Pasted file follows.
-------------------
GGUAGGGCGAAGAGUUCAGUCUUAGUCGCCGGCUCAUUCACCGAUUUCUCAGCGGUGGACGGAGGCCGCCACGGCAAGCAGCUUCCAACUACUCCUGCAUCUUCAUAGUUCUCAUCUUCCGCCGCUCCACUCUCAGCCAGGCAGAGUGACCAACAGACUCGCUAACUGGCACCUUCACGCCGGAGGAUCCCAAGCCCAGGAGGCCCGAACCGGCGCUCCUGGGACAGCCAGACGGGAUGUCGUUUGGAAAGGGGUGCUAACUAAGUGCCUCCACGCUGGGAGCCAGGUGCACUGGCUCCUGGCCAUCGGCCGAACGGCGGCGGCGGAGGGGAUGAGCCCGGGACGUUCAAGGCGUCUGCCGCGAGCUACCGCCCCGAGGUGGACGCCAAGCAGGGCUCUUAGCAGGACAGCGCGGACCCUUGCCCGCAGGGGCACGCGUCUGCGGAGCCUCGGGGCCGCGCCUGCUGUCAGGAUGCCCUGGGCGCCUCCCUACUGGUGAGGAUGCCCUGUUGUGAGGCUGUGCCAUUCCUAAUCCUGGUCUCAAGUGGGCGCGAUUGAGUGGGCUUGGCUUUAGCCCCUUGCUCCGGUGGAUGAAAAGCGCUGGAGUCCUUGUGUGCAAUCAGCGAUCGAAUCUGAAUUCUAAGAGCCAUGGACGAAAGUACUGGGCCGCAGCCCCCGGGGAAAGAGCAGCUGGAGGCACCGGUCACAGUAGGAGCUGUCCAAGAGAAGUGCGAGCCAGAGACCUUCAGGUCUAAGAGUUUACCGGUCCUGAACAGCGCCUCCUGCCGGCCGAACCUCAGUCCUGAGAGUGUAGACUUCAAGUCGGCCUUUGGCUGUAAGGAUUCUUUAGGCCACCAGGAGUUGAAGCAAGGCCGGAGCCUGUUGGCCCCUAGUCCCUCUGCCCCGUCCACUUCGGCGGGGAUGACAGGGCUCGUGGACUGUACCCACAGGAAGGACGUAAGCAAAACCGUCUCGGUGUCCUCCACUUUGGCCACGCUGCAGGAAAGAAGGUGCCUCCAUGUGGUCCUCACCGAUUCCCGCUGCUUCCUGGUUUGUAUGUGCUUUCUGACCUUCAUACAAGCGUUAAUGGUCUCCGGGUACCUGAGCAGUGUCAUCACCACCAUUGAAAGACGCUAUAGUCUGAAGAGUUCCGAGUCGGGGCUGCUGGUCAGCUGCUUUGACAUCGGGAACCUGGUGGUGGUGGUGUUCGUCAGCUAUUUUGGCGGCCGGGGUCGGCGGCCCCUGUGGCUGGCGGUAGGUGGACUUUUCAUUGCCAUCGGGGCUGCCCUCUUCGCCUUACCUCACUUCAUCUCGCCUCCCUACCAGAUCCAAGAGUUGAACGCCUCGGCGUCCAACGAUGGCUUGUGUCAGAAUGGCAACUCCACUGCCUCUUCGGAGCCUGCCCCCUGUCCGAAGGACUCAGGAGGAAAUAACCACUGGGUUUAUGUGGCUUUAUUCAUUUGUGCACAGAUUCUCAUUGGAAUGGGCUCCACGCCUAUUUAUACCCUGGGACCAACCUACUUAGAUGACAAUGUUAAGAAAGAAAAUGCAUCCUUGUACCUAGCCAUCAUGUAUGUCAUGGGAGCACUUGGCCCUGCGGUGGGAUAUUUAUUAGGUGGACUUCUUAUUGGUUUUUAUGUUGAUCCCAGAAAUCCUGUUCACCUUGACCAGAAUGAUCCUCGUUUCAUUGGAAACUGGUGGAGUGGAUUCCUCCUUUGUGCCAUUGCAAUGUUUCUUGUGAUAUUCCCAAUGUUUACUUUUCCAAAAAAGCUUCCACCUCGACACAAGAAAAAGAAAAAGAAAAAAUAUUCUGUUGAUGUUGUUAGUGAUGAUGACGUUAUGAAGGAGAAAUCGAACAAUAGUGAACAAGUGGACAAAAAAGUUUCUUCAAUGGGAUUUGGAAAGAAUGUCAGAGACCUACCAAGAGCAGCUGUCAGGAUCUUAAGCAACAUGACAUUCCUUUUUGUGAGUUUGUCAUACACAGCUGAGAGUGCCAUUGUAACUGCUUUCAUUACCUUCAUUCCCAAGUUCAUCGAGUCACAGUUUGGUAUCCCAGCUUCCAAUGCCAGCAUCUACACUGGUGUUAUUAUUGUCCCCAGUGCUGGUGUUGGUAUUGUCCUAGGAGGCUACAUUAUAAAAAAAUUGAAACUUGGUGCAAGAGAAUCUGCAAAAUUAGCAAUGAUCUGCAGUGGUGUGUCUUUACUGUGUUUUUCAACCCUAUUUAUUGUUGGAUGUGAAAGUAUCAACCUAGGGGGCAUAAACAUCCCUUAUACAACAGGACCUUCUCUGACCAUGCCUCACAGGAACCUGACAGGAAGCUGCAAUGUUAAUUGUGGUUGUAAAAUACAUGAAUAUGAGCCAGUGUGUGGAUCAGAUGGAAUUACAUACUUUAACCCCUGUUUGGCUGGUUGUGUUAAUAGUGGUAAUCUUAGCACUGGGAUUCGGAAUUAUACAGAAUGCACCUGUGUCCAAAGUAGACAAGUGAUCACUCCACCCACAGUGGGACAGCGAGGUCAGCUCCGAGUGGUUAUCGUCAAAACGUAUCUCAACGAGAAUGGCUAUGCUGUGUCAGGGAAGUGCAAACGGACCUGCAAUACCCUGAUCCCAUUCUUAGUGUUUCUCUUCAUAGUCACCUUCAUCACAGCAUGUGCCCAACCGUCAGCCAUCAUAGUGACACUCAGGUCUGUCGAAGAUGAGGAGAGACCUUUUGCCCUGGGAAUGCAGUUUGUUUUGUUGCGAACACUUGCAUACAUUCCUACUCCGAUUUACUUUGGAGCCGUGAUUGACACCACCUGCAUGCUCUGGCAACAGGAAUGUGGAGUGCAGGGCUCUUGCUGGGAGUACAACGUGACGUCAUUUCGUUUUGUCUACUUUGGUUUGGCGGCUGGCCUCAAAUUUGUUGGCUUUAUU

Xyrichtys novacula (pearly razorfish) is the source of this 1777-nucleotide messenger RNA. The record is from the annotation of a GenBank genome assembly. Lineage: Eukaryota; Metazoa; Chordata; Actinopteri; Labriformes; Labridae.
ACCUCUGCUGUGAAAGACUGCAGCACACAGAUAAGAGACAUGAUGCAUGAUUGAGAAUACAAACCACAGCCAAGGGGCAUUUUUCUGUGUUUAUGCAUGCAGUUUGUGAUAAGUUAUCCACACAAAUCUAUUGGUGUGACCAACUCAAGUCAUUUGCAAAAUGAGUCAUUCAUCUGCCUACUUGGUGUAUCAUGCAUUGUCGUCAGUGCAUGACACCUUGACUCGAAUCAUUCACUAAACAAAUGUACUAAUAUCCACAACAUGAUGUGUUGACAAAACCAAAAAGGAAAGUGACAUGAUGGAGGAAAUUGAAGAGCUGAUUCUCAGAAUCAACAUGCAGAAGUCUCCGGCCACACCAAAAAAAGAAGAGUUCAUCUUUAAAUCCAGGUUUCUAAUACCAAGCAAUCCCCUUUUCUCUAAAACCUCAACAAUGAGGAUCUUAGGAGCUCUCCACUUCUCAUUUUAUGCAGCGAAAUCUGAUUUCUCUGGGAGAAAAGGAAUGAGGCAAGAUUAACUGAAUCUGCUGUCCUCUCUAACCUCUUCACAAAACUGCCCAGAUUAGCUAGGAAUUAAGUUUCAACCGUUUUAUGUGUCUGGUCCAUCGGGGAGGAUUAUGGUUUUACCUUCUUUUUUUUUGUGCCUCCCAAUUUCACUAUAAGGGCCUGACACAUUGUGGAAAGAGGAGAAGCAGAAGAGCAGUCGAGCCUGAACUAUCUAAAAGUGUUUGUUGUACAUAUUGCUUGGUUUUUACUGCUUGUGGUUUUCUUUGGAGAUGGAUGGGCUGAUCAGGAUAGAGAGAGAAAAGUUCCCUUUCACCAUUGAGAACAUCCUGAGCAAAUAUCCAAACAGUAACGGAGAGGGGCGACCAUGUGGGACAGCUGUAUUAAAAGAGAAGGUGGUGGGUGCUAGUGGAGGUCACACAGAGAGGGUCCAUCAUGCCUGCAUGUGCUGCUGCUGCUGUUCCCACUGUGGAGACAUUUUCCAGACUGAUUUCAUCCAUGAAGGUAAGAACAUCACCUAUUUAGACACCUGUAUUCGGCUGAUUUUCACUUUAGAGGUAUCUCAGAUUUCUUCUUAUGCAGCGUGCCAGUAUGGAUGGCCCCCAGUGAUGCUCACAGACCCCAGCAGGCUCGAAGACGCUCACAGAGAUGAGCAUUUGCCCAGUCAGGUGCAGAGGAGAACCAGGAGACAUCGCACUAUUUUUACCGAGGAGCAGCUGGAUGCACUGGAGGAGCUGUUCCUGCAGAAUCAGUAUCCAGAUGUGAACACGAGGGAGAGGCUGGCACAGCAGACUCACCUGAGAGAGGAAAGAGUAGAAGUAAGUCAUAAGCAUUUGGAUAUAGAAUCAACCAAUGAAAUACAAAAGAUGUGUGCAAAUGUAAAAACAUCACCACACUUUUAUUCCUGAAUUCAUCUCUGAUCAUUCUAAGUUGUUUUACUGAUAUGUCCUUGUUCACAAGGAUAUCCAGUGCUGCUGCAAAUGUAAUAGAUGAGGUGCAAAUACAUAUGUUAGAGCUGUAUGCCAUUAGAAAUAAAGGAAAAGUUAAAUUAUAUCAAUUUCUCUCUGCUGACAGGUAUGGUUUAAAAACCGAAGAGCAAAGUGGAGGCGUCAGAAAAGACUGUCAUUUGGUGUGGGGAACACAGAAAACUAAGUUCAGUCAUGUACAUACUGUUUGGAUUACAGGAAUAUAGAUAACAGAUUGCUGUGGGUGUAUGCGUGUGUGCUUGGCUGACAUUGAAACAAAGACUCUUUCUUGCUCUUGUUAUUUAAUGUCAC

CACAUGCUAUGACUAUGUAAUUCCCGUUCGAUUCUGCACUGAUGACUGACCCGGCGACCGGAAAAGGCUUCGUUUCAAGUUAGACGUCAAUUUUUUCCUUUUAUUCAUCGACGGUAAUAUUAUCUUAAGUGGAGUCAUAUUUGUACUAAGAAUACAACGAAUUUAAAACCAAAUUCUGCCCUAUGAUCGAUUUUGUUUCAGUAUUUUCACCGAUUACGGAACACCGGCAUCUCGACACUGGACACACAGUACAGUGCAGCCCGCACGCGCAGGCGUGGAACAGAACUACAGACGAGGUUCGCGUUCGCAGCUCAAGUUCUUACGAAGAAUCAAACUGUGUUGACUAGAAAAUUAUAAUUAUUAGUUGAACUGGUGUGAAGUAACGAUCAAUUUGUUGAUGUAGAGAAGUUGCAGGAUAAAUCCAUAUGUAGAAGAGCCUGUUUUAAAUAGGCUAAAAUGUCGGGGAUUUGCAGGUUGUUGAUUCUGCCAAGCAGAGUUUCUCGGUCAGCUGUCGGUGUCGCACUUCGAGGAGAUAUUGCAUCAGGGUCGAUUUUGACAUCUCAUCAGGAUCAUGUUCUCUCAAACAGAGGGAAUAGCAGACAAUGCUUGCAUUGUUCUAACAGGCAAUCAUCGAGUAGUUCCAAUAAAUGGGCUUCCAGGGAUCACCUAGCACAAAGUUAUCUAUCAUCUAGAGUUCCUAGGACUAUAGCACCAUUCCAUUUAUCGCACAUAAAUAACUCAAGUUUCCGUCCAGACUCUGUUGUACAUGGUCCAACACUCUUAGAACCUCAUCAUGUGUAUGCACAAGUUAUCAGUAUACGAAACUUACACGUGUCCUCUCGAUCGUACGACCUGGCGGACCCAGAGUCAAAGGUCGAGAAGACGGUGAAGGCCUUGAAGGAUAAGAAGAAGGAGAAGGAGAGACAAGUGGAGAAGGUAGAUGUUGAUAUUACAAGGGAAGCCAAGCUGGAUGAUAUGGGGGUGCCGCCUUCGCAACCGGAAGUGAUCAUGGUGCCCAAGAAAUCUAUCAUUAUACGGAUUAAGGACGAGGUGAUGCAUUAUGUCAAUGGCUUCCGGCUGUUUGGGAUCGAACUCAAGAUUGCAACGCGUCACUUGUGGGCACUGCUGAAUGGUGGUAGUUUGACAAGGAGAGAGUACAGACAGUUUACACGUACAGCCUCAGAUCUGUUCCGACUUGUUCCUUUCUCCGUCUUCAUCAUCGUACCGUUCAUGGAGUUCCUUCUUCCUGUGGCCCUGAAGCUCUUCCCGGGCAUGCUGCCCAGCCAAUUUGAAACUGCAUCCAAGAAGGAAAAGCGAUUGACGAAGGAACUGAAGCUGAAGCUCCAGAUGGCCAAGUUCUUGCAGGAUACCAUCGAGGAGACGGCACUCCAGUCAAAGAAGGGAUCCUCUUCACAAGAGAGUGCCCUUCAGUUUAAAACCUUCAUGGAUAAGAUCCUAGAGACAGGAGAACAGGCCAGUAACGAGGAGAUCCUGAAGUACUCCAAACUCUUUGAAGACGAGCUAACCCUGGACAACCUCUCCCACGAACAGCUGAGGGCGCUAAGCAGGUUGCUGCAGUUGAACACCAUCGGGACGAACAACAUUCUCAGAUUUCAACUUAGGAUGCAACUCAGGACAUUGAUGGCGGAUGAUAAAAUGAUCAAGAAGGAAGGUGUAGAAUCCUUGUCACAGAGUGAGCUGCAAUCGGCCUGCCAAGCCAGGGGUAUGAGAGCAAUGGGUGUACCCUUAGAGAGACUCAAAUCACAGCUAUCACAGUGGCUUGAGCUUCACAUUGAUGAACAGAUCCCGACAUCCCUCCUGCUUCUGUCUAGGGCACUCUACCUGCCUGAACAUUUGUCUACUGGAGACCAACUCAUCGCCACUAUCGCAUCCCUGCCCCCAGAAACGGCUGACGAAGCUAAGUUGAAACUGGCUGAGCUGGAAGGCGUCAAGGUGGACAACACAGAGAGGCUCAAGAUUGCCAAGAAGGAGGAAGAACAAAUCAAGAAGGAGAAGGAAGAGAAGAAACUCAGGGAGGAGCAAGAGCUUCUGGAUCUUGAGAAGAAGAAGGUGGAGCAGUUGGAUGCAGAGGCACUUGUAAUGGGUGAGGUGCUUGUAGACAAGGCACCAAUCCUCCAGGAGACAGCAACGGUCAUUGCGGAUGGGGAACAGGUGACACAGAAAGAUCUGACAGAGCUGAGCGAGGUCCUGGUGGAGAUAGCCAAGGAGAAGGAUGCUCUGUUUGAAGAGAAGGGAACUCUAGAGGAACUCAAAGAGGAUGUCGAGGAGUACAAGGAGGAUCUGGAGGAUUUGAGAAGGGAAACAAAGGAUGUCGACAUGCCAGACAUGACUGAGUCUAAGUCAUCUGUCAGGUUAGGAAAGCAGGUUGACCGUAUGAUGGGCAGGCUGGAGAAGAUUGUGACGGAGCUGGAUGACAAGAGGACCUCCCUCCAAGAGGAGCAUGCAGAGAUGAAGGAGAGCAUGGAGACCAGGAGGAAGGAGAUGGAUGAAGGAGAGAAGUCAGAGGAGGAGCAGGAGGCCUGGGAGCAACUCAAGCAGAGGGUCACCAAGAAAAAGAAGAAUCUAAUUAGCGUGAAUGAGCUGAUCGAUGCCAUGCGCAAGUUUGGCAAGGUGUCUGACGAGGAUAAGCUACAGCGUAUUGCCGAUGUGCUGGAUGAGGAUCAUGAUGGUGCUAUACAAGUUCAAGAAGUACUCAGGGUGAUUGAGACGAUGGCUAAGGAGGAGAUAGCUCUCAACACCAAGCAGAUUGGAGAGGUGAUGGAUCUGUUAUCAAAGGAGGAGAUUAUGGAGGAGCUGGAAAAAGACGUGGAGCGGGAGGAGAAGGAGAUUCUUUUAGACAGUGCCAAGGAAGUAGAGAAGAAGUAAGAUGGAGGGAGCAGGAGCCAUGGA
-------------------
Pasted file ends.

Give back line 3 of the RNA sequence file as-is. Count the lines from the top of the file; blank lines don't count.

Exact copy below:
ACCUCUGCUGUGAAAGACUGCAGCACACAGAUAAGAGACAUGAUGCAUGAUUGAGAAUACAAACCACAGCCAAGGGGCAUUUUUCUGUGUUUAUGCAUGCAGUUUGUGAUAAGUUAUCCACACAAAUCUAUUGGUGUGACCAACUCAAGUCAUUUGCAAAAUGAGUCAUUCAUCUGCCUACUUGGUGUAUCAUGCAUUGUCGUCAGUGCAUGACACCUUGACUCGAAUCAUUCACUAAACAAAUGUACUAAUAUCCACAACAUGAUGUGUUGACAAAACCAAAAAGGAAAGUGACAUGAUGGAGGAAAUUGAAGAGCUGAUUCUCAGAAUCAACAUGCAGAAGUCUCCGGCCACACCAAAAAAAGAAGAGUUCAUCUUUAAAUCCAGGUUUCUAAUACCAAGCAAUCCCCUUUUCUCUAAAACCUCAACAAUGAGGAUCUUAGGAGCUCUCCACUUCUCAUUUUAUGCAGCGAAAUCUGAUUUCUCUGGGAGAAAAGGAAUGAGGCAAGAUUAACUGAAUCUGCUGUCCUCUCUAACCUCUUCACAAAACUGCCCAGAUUAGCUAGGAAUUAAGUUUCAACCGUUUUAUGUGUCUGGUCCAUCGGGGAGGAUUAUGGUUUUACCUUCUUUUUUUUUGUGCCUCCCAAUUUCACUAUAAGGGCCUGACACAUUGUGGAAAGAGGAGAAGCAGAAGAGCAGUCGAGCCUGAACUAUCUAAAAGUGUUUGUUGUACAUAUUGCUUGGUUUUUACUGCUUGUGGUUUUCUUUGGAGAUGGAUGGGCUGAUCAGGAUAGAGAGAGAAAAGUUCCCUUUCACCAUUGAGAACAUCCUGAGCAAAUAUCCAAACAGUAACGGAGAGGGGCGACCAUGUGGGACAGCUGUAUUAAAAGAGAAGGUGGUGGGUGCUAGUGGAGGUCACACAGAGAGGGUCCAUCAUGCCUGCAUGUGCUGCUGCUGCUGUUCCCACUGUGGAGACAUUUUCCAGACUGAUUUCAUCCAUGAAGGUAAGAACAUCACCUAUUUAGACACCUGUAUUCGGCUGAUUUUCACUUUAGAGGUAUCUCAGAUUUCUUCUUAUGCAGCGUGCCAGUAUGGAUGGCCCCCAGUGAUGCUCACAGACCCCAGCAGGCUCGAAGACGCUCACAGAGAUGAGCAUUUGCCCAGUCAGGUGCAGAGGAGAACCAGGAGACAUCGCACUAUUUUUACCGAGGAGCAGCUGGAUGCACUGGAGGAGCUGUUCCUGCAGAAUCAGUAUCCAGAUGUGAACACGAGGGAGAGGCUGGCACAGCAGACUCACCUGAGAGAGGAAAGAGUAGAAGUAAGUCAUAAGCAUUUGGAUAUAGAAUCAACCAAUGAAAUACAAAAGAUGUGUGCAAAUGUAAAAACAUCACCACACUUUUAUUCCUGAAUUCAUCUCUGAUCAUUCUAAGUUGUUUUACUGAUAUGUCCUUGUUCACAAGGAUAUCCAGUGCUGCUGCAAAUGUAAUAGAUGAGGUGCAAAUACAUAUGUUAGAGCUGUAUGCCAUUAGAAAUAAAGGAAAAGUUAAAUUAUAUCAAUUUCUCUCUGCUGACAGGUAUGGUUUAAAAACCGAAGAGCAAAGUGGAGGCGUCAGAAAAGACUGUCAUUUGGUGUGGGGAACACAGAAAACUAAGUUCAGUCAUGUACAUACUGUUUGGAUUACAGGAAUAUAGAUAACAGAUUGCUGUGGGUGUAUGCGUGUGUGCUUGGCUGACAUUGAAACAAAGACUCUUUCUUGCUCUUGUUAUUUAAUGUCAC